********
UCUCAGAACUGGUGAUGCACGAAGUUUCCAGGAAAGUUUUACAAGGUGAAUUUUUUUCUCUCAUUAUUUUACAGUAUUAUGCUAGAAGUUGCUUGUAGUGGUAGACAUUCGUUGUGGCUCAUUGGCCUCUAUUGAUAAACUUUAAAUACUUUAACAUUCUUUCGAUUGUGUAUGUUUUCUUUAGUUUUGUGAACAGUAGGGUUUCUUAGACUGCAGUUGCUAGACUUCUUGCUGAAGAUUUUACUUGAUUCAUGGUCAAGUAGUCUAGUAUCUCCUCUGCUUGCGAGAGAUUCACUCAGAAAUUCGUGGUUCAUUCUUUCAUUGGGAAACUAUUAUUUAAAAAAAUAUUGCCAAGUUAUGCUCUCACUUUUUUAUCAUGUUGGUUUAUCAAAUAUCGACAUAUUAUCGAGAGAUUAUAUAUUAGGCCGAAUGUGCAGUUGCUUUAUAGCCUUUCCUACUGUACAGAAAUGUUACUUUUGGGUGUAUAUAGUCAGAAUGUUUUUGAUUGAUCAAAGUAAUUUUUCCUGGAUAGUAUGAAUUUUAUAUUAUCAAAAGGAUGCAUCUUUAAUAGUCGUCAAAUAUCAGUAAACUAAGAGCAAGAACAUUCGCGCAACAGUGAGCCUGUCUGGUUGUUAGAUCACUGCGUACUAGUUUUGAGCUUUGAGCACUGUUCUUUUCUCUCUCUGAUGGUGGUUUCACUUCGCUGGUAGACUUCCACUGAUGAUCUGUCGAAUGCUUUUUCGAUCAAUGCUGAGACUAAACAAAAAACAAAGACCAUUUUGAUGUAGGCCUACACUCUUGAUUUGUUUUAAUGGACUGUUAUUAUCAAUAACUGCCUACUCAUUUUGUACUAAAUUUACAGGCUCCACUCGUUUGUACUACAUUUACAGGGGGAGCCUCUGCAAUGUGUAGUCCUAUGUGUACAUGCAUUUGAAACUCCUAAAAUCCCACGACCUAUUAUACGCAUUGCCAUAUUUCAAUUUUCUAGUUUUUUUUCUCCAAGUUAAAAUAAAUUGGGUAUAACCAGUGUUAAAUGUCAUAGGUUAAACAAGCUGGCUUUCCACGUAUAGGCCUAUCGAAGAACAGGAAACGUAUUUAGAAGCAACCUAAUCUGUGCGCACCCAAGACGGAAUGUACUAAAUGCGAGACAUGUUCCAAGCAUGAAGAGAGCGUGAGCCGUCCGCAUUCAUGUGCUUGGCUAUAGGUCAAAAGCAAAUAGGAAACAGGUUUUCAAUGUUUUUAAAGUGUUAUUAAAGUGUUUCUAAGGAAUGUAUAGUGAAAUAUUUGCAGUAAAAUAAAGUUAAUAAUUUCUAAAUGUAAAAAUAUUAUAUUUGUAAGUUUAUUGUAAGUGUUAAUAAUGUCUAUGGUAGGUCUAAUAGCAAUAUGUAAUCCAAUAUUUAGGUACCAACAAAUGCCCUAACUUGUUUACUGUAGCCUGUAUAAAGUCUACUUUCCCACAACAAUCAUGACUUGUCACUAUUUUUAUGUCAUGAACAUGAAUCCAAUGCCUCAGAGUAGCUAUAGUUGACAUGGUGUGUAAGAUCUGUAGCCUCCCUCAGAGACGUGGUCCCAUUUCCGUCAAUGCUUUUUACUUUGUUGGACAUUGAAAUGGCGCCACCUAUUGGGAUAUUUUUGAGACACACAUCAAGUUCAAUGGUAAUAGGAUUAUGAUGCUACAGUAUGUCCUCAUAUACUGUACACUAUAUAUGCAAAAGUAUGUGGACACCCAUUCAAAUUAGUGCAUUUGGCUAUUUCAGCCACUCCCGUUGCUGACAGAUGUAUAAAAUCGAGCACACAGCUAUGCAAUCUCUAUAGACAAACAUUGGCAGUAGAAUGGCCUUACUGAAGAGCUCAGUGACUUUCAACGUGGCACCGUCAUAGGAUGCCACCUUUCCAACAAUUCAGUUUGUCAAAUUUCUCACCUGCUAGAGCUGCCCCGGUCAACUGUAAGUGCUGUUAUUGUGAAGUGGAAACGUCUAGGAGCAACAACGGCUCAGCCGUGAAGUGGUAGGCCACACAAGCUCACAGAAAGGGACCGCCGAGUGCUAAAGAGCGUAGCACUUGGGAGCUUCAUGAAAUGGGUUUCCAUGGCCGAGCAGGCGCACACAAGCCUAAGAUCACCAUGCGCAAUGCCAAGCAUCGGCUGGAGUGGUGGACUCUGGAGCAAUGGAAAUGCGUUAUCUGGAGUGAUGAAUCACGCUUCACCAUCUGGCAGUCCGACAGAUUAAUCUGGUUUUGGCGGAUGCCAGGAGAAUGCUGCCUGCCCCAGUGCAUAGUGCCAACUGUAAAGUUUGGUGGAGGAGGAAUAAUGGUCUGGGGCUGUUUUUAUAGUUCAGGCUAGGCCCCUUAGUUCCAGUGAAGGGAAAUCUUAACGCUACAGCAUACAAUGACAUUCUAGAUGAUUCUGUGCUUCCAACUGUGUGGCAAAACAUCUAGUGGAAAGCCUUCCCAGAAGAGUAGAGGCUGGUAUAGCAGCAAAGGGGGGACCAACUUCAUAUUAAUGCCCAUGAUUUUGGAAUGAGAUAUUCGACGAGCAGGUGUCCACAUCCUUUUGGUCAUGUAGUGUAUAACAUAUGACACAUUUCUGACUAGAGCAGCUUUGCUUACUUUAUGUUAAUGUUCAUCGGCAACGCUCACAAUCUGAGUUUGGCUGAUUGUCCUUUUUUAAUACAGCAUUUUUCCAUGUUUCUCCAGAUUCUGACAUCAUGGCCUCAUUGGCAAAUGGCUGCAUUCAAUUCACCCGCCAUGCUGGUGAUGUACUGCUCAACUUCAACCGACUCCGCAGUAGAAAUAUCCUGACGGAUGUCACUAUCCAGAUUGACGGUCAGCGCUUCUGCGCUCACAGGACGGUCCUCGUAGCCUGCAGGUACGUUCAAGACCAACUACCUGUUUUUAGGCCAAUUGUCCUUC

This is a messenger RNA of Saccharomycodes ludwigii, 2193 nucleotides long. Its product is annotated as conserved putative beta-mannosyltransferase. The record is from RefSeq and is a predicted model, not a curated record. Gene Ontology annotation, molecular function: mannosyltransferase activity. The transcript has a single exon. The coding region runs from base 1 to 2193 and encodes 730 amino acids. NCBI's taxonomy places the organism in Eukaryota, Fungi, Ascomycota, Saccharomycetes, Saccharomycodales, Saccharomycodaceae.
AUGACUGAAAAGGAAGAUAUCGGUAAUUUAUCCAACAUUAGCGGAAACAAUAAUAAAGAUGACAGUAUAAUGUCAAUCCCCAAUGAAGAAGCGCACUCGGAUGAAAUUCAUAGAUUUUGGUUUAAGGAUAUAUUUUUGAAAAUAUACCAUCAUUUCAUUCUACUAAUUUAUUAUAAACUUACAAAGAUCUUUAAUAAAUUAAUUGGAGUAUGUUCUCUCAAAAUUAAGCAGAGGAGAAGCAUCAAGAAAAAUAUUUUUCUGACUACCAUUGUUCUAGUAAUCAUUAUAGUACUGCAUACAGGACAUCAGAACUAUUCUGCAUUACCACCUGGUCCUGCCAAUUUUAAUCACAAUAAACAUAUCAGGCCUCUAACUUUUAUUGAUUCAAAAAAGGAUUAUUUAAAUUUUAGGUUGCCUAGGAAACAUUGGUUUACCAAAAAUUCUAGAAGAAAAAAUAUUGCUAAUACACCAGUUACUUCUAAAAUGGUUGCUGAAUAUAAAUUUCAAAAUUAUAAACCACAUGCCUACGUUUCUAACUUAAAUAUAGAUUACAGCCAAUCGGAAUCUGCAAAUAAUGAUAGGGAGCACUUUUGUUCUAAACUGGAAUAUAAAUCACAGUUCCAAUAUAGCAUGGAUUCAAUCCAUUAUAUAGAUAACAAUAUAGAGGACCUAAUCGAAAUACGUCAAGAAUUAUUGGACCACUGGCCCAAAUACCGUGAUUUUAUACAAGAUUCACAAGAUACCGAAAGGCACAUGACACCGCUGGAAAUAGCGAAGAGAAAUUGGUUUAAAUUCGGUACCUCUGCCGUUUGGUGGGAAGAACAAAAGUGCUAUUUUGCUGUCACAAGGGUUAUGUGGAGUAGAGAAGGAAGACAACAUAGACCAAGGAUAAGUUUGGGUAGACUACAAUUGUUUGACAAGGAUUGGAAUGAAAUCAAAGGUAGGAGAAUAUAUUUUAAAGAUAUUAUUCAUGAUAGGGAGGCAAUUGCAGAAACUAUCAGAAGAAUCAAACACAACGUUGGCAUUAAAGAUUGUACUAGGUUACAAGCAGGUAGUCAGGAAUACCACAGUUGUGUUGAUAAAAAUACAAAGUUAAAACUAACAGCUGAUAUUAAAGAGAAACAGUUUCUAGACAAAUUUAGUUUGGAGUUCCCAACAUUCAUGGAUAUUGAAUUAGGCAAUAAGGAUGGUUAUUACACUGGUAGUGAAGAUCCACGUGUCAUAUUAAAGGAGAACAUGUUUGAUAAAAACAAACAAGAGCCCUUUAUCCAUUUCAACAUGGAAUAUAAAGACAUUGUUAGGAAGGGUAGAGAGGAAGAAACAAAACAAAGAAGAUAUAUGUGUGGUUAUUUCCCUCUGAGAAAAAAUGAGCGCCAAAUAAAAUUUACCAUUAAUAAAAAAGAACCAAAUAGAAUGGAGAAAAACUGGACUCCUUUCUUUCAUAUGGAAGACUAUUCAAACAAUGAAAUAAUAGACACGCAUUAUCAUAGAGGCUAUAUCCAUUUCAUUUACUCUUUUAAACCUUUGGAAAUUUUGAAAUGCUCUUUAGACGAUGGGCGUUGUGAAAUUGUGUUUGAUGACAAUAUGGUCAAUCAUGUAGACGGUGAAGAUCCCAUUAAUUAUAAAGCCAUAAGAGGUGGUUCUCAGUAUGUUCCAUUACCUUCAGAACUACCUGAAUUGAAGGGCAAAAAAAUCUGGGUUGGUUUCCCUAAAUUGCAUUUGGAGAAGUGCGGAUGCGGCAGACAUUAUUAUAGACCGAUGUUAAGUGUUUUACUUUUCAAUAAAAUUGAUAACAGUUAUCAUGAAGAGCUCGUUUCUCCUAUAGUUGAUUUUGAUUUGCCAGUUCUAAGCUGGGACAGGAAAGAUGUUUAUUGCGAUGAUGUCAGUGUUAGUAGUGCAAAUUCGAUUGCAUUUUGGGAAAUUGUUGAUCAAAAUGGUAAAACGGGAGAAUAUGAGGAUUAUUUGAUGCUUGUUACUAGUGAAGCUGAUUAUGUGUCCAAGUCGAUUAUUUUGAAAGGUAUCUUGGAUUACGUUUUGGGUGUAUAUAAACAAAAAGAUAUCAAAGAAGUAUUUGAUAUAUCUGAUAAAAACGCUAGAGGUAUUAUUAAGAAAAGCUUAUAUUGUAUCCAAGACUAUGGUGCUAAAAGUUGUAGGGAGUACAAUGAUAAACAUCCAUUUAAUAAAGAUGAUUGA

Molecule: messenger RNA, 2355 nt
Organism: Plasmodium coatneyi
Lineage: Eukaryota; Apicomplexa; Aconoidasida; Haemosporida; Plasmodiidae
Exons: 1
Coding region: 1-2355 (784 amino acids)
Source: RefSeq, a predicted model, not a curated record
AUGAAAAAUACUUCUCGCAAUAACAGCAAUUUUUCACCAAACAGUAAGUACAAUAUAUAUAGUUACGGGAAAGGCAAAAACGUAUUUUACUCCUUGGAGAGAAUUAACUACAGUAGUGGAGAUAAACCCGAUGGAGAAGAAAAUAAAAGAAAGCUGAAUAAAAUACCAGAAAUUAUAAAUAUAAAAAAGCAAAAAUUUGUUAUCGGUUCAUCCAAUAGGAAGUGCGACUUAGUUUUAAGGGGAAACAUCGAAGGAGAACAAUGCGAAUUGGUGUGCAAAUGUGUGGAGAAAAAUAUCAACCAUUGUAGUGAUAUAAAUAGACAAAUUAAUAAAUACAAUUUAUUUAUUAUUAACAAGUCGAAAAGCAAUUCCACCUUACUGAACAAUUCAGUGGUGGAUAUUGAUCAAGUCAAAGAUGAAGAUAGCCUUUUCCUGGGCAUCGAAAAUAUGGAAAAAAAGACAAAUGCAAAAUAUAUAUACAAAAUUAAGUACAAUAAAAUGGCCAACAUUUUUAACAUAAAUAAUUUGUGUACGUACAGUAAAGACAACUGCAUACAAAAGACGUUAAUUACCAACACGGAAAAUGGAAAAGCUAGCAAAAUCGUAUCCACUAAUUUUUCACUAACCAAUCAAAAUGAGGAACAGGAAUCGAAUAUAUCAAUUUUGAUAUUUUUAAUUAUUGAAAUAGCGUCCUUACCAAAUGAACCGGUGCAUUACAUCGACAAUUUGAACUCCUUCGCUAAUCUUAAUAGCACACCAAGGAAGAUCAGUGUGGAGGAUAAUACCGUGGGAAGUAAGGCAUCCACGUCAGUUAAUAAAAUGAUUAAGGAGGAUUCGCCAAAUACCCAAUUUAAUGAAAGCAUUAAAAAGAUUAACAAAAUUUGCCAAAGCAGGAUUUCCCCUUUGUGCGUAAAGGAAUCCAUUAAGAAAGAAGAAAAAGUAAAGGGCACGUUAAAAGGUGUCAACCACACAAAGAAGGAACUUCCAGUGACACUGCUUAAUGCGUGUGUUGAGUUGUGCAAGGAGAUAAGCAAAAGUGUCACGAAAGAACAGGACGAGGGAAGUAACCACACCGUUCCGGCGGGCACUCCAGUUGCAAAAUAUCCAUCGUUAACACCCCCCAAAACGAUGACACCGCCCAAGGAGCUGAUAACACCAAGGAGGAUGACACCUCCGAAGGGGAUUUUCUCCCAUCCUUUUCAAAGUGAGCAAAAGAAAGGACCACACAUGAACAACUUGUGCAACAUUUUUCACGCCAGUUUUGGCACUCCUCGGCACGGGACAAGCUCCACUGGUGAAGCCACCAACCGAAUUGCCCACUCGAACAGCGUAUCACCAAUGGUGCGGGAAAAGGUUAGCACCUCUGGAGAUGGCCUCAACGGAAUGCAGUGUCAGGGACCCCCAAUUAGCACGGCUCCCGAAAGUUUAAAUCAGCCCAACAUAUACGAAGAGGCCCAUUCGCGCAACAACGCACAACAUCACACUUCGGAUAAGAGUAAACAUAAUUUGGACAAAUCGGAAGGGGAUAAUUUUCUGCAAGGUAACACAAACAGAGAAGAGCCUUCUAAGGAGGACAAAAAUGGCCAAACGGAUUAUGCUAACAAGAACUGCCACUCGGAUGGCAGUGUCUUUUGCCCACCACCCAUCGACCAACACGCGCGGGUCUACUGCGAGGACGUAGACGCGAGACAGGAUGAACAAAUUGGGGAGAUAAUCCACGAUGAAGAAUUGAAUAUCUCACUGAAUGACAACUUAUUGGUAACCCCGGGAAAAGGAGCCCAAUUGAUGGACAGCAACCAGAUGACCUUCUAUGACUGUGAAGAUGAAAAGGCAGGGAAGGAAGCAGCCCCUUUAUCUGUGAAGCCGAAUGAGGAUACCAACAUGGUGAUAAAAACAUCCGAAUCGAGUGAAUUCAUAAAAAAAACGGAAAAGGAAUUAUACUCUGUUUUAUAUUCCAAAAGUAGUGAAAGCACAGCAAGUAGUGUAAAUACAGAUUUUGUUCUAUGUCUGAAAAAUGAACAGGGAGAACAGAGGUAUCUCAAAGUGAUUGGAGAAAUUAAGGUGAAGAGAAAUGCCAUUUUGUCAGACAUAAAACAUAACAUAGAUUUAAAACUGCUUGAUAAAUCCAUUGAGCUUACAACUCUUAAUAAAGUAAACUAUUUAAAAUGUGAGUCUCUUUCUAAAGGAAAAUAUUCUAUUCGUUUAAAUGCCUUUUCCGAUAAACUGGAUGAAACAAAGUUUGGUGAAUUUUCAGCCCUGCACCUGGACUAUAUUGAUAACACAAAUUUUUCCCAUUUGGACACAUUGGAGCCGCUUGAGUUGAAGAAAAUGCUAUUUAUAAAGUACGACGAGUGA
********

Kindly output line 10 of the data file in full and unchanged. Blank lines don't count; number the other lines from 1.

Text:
AUGAAAAAUACUUCUCGCAAUAACAGCAAUUUUUCACCAAACAGUAAGUACAAUAUAUAUAGUUACGGGAAAGGCAAAAACGUAUUUUACUCCUUGGAGAGAAUUAACUACAGUAGUGGAGAUAAACCCGAUGGAGAAGAAAAUAAAAGAAAGCUGAAUAAAAUACCAGAAAUUAUAAAUAUAAAAAAGCAAAAAUUUGUUAUCGGUUCAUCCAAUAGGAAGUGCGACUUAGUUUUAAGGGGAAACAUCGAAGGAGAACAAUGCGAAUUGGUGUGCAAAUGUGUGGAGAAAAAUAUCAACCAUUGUAGUGAUAUAAAUAGACAAAUUAAUAAAUACAAUUUAUUUAUUAUUAACAAGUCGAAAAGCAAUUCCACCUUACUGAACAAUUCAGUGGUGGAUAUUGAUCAAGUCAAAGAUGAAGAUAGCCUUUUCCUGGGCAUCGAAAAUAUGGAAAAAAAGACAAAUGCAAAAUAUAUAUACAAAAUUAAGUACAAUAAAAUGGCCAACAUUUUUAACAUAAAUAAUUUGUGUACGUACAGUAAAGACAACUGCAUACAAAAGACGUUAAUUACCAACACGGAAAAUGGAAAAGCUAGCAAAAUCGUAUCCACUAAUUUUUCACUAACCAAUCAAAAUGAGGAACAGGAAUCGAAUAUAUCAAUUUUGAUAUUUUUAAUUAUUGAAAUAGCGUCCUUACCAAAUGAACCGGUGCAUUACAUCGACAAUUUGAACUCCUUCGCUAAUCUUAAUAGCACACCAAGGAAGAUCAGUGUGGAGGAUAAUACCGUGGGAAGUAAGGCAUCCACGUCAGUUAAUAAAAUGAUUAAGGAGGAUUCGCCAAAUACCCAAUUUAAUGAAAGCAUUAAAAAGAUUAACAAAAUUUGCCAAAGCAGGAUUUCCCCUUUGUGCGUAAAGGAAUCCAUUAAGAAAGAAGAAAAAGUAAAGGGCACGUUAAAAGGUGUCAACCACACAAAGAAGGAACUUCCAGUGACACUGCUUAAUGCGUGUGUUGAGUUGUGCAAGGAGAUAAGCAAAAGUGUCACGAAAGAACAGGACGAGGGAAGUAACCACACCGUUCCGGCGGGCACUCCAGUUGCAAAAUAUCCAUCGUUAACACCCCCCAAAACGAUGACACCGCCCAAGGAGCUGAUAACACCAAGGAGGAUGACACCUCCGAAGGGGAUUUUCUCCCAUCCUUUUCAAAGUGAGCAAAAGAAAGGACCACACAUGAACAACUUGUGCAACAUUUUUCACGCCAGUUUUGGCACUCCUCGGCACGGGACAAGCUCCACUGGUGAAGCCACCAACCGAAUUGCCCACUCGAACAGCGUAUCACCAAUGGUGCGGGAAAAGGUUAGCACCUCUGGAGAUGGCCUCAACGGAAUGCAGUGUCAGGGACCCCCAAUUAGCACGGCUCCCGAAAGUUUAAAUCAGCCCAACAUAUACGAAGAGGCCCAUUCGCGCAACAACGCACAACAUCACACUUCGGAUAAGAGUAAACAUAAUUUGGACAAAUCGGAAGGGGAUAAUUUUCUGCAAGGUAACACAAACAGAGAAGAGCCUUCUAAGGAGGACAAAAAUGGCCAAACGGAUUAUGCUAACAAGAACUGCCACUCGGAUGGCAGUGUCUUUUGCCCACCACCCAUCGACCAACACGCGCGGGUCUACUGCGAGGACGUAGACGCGAGACAGGAUGAACAAAUUGGGGAGAUAAUCCACGAUGAAGAAUUGAAUAUCUCACUGAAUGACAACUUAUUGGUAACCCCGGGAAAAGGAGCCCAAUUGAUGGACAGCAACCAGAUGACCUUCUAUGACUGUGAAGAUGAAAAGGCAGGGAAGGAAGCAGCCCCUUUAUCUGUGAAGCCGAAUGAGGAUACCAACAUGGUGAUAAAAACAUCCGAAUCGAGUGAAUUCAUAAAAAAAACGGAAAAGGAAUUAUACUCUGUUUUAUAUUCCAAAAGUAGUGAAAGCACAGCAAGUAGUGUAAAUACAGAUUUUGUUCUAUGUCUGAAAAAUGAACAGGGAGAACAGAGGUAUCUCAAAGUGAUUGGAGAAAUUAAGGUGAAGAGAAAUGCCAUUUUGUCAGACAUAAAACAUAACAUAGAUUUAAAACUGCUUGAUAAAUCCAUUGAGCUUACAACUCUUAAUAAAGUAAACUAUUUAAAAUGUGAGUCUCUUUCUAAAGGAAAAUAUUCUAUUCGUUUAAAUGCCUUUUCCGAUAAACUGGAUGAAACAAAGUUUGGUGAAUUUUCAGCCCUGCACCUGGACUAUAUUGAUAACACAAAUUUUUCCCAUUUGGACACAUUGGAGCCGCUUGAGUUGAAGAAAAUGCUAUUUAUAAAGUACGACGAGUGA